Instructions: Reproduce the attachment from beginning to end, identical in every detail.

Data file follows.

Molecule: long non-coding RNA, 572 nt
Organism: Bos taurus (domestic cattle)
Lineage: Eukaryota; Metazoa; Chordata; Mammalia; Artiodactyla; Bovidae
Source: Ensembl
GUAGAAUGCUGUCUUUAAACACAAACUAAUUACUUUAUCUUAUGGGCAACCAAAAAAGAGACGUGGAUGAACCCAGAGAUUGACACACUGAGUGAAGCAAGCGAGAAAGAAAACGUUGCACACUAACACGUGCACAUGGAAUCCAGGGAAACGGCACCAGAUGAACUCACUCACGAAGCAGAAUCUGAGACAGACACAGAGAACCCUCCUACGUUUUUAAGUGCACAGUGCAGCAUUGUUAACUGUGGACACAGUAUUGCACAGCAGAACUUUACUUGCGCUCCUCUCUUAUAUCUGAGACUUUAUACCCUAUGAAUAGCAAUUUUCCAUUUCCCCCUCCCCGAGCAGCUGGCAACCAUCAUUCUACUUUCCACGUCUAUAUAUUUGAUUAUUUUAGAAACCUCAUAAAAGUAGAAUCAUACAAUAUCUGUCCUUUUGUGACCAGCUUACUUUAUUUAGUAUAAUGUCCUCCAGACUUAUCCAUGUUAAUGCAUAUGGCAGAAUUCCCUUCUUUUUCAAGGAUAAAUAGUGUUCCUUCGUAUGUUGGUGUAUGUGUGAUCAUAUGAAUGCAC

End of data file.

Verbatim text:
Molecule: long non-coding RNA, 572 nt
Organism: Bos taurus (domestic cattle)
Lineage: Eukaryota; Metazoa; Chordata; Mammalia; Artiodactyla; Bovidae
Source: Ensembl
GUAGAAUGCUGUCUUUAAACACAAACUAAUUACUUUAUCUUAUGGGCAACCAAAAAAGAGACGUGGAUGAACCCAGAGAUUGACACACUGAGUGAAGCAAGCGAGAAAGAAAACGUUGCACACUAACACGUGCACAUGGAAUCCAGGGAAACGGCACCAGAUGAACUCACUCACGAAGCAGAAUCUGAGACAGACACAGAGAACCCUCCUACGUUUUUAAGUGCACAGUGCAGCAUUGUUAACUGUGGACACAGUAUUGCACAGCAGAACUUUACUUGCGCUCCUCUCUUAUAUCUGAGACUUUAUACCCUAUGAAUAGCAAUUUUCCAUUUCCCCCUCCCCGAGCAGCUGGCAACCAUCAUUCUACUUUCCACGUCUAUAUAUUUGAUUAUUUUAGAAACCUCAUAAAAGUAGAAUCAUACAAUAUCUGUCCUUUUGUGACCAGCUUACUUUAUUUAGUAUAAUGUCCUCCAGACUUAUCCAUGUUAAUGCAUAUGGCAGAAUUCCCUUCUUUUUCAAGGAUAAAUAGUGUUCCUUCGUAUGUUGGUGUAUGUGUGAUCAUAUGAAUGCAC